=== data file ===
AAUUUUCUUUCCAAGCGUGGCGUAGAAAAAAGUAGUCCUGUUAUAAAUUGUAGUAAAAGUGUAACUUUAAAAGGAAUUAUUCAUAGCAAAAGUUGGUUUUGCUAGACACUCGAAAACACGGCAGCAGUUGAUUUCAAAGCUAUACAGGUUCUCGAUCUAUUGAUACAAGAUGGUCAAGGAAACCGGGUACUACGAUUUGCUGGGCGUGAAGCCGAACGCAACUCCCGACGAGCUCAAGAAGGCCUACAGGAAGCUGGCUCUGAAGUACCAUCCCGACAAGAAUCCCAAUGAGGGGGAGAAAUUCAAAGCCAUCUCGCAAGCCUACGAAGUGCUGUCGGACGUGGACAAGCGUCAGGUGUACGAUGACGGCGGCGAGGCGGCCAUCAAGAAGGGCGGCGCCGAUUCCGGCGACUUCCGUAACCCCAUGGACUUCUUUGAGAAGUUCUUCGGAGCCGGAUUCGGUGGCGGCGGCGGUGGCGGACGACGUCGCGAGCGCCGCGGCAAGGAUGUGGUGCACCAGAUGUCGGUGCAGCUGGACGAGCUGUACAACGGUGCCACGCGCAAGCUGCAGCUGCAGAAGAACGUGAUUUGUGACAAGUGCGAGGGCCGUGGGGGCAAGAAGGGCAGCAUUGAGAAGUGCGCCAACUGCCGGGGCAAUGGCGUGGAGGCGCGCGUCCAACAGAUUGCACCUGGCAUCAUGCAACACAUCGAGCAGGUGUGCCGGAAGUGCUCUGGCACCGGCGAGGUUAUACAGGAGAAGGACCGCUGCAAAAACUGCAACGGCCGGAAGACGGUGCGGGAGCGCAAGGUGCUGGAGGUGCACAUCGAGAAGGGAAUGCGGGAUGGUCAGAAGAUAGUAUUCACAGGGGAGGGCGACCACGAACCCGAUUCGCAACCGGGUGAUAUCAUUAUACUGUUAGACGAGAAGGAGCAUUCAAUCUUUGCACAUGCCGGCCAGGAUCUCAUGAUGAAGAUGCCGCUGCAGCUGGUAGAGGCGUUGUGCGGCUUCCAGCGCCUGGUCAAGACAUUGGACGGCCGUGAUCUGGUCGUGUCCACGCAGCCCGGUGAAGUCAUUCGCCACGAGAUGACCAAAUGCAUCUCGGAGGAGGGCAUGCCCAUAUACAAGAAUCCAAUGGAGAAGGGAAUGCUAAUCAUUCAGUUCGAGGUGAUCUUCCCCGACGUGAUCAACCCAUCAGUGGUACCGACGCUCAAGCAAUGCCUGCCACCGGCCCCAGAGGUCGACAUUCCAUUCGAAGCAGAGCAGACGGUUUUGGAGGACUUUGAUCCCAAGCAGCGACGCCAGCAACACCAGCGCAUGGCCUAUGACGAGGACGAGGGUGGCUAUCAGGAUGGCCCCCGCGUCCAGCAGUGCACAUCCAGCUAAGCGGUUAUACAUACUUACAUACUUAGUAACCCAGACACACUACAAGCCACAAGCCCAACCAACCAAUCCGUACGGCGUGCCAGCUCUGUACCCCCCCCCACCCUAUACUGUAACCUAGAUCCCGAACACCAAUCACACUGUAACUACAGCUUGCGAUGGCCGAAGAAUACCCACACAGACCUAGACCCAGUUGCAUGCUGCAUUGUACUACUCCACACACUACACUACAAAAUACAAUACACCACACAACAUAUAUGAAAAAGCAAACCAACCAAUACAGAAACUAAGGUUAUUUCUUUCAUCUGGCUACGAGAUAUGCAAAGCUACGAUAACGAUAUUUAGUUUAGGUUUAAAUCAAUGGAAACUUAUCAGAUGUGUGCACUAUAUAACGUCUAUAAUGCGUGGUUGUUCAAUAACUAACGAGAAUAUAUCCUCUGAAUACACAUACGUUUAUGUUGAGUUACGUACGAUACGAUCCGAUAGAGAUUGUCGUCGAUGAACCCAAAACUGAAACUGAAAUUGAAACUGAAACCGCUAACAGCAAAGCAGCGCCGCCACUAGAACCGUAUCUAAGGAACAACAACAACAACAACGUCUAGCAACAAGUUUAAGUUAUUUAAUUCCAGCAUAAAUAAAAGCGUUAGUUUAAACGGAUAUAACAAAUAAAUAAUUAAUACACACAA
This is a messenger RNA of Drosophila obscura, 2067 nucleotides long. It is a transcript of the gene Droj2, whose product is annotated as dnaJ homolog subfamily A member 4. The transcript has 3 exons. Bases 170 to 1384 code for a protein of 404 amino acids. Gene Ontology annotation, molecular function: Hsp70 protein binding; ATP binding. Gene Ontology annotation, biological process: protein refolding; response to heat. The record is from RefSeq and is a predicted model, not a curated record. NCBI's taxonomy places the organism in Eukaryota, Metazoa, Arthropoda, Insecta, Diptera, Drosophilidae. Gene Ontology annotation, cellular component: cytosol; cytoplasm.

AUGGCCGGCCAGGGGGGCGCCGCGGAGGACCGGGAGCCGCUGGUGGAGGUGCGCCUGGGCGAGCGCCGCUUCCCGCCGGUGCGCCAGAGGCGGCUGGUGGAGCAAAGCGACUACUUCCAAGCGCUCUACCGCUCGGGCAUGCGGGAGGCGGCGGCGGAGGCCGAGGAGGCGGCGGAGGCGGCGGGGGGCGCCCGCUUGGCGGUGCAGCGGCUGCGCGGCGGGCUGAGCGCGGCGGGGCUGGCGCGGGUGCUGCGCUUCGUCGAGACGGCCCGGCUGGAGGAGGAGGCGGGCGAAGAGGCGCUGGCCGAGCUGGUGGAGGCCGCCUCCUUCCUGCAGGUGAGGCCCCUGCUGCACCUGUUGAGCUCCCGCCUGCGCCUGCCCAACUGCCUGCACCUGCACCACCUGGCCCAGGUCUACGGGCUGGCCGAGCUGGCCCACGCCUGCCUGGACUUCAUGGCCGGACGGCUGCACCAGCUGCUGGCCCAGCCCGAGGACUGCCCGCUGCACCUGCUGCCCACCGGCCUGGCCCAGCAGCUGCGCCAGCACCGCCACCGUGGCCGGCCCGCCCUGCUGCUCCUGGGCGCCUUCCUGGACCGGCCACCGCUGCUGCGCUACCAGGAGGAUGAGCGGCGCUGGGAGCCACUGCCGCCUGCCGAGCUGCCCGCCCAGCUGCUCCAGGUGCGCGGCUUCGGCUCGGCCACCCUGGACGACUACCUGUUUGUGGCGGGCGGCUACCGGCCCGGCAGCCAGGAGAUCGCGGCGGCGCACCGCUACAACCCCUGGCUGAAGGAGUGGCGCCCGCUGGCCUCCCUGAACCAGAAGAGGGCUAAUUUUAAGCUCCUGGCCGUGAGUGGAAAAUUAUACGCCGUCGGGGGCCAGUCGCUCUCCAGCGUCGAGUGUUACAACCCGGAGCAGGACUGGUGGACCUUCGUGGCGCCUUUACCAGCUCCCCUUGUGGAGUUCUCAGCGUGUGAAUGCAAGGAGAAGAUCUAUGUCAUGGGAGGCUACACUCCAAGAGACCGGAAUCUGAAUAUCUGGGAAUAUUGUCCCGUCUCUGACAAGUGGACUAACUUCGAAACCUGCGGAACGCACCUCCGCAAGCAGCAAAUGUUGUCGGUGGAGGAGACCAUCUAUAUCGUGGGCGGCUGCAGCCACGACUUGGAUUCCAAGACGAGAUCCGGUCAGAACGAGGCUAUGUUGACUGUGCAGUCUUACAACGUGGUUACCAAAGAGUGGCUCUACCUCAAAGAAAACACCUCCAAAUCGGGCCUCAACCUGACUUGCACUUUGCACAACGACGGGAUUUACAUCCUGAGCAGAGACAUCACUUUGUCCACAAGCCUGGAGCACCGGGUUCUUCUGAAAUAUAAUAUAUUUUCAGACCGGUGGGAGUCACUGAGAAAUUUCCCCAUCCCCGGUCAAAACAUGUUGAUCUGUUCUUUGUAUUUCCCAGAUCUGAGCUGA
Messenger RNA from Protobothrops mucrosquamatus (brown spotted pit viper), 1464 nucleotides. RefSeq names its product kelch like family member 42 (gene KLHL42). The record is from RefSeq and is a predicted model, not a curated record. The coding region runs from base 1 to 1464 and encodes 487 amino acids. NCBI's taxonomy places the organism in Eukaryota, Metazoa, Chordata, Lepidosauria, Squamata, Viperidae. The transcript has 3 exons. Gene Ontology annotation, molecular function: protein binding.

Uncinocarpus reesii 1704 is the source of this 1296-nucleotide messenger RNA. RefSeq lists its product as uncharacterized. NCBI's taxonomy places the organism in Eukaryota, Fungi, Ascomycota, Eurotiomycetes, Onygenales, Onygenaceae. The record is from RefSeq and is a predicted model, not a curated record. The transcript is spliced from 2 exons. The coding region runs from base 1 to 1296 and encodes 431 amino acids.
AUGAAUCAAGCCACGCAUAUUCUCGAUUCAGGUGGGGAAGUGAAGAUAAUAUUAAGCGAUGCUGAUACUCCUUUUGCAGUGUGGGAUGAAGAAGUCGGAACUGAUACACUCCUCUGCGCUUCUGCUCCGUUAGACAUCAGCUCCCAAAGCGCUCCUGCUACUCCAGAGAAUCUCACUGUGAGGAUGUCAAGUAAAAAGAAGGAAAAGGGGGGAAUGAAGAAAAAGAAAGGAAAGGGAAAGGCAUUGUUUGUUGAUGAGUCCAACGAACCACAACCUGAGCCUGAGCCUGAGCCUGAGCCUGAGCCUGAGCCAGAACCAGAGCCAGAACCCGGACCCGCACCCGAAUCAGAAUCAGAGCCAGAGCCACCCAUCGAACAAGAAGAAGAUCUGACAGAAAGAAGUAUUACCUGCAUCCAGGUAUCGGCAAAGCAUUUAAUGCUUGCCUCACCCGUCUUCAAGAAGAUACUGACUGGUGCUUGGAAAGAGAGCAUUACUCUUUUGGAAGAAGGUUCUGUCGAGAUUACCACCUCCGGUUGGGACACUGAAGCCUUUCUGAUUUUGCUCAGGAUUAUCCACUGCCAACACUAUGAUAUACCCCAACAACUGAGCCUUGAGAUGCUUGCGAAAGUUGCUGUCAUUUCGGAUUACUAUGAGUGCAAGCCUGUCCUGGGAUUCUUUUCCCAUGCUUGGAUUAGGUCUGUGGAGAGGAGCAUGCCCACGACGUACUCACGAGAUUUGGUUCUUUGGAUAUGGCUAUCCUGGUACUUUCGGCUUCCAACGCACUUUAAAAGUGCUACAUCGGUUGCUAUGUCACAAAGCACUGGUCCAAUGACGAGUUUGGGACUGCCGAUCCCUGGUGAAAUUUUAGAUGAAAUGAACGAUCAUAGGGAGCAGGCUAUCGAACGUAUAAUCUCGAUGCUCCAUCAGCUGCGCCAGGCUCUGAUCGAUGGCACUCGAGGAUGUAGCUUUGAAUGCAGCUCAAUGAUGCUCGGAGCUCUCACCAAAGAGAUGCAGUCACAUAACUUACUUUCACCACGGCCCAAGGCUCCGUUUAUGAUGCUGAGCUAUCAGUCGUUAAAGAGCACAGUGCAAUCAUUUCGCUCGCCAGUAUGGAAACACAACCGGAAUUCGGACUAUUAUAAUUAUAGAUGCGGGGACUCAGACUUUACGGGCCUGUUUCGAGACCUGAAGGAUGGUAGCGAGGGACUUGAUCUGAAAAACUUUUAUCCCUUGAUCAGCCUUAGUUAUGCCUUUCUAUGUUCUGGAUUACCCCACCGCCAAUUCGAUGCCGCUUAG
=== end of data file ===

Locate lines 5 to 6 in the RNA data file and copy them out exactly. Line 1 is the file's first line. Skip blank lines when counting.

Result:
Uncinocarpus reesii 1704 is the source of this 1296-nucleotide messenger RNA. RefSeq lists its product as uncharacterized. NCBI's taxonomy places the organism in Eukaryota, Fungi, Ascomycota, Eurotiomycetes, Onygenales, Onygenaceae. The record is from RefSeq and is a predicted model, not a curated record. The transcript is spliced from 2 exons. The coding region runs from base 1 to 1296 and encodes 431 amino acids.
AUGAAUCAAGCCACGCAUAUUCUCGAUUCAGGUGGGGAAGUGAAGAUAAUAUUAAGCGAUGCUGAUACUCCUUUUGCAGUGUGGGAUGAAGAAGUCGGAACUGAUACACUCCUCUGCGCUUCUGCUCCGUUAGACAUCAGCUCCCAAAGCGCUCCUGCUACUCCAGAGAAUCUCACUGUGAGGAUGUCAAGUAAAAAGAAGGAAAAGGGGGGAAUGAAGAAAAAGAAAGGAAAGGGAAAGGCAUUGUUUGUUGAUGAGUCCAACGAACCACAACCUGAGCCUGAGCCUGAGCCUGAGCCUGAGCCUGAGCCAGAACCAGAGCCAGAACCCGGACCCGCACCCGAAUCAGAAUCAGAGCCAGAGCCACCCAUCGAACAAGAAGAAGAUCUGACAGAAAGAAGUAUUACCUGCAUCCAGGUAUCGGCAAAGCAUUUAAUGCUUGCCUCACCCGUCUUCAAGAAGAUACUGACUGGUGCUUGGAAAGAGAGCAUUACUCUUUUGGAAGAAGGUUCUGUCGAGAUUACCACCUCCGGUUGGGACACUGAAGCCUUUCUGAUUUUGCUCAGGAUUAUCCACUGCCAACACUAUGAUAUACCCCAACAACUGAGCCUUGAGAUGCUUGCGAAAGUUGCUGUCAUUUCGGAUUACUAUGAGUGCAAGCCUGUCCUGGGAUUCUUUUCCCAUGCUUGGAUUAGGUCUGUGGAGAGGAGCAUGCCCACGACGUACUCACGAGAUUUGGUUCUUUGGAUAUGGCUAUCCUGGUACUUUCGGCUUCCAACGCACUUUAAAAGUGCUACAUCGGUUGCUAUGUCACAAAGCACUGGUCCAAUGACGAGUUUGGGACUGCCGAUCCCUGGUGAAAUUUUAGAUGAAAUGAACGAUCAUAGGGAGCAGGCUAUCGAACGUAUAAUCUCGAUGCUCCAUCAGCUGCGCCAGGCUCUGAUCGAUGGCACUCGAGGAUGUAGCUUUGAAUGCAGCUCAAUGAUGCUCGGAGCUCUCACCAAAGAGAUGCAGUCACAUAACUUACUUUCACCACGGCCCAAGGCUCCGUUUAUGAUGCUGAGCUAUCAGUCGUUAAAGAGCACAGUGCAAUCAUUUCGCUCGCCAGUAUGGAAACACAACCGGAAUUCGGACUAUUAUAAUUAUAGAUGCGGGGACUCAGACUUUACGGGCCUGUUUCGAGACCUGAAGGAUGGUAGCGAGGGACUUGAUCUGAAAAACUUUUAUCCCUUGAUCAGCCUUAGUUAUGCCUUUCUAUGUUCUGGAUUACCCCACCGCCAAUUCGAUGCCGCUUAG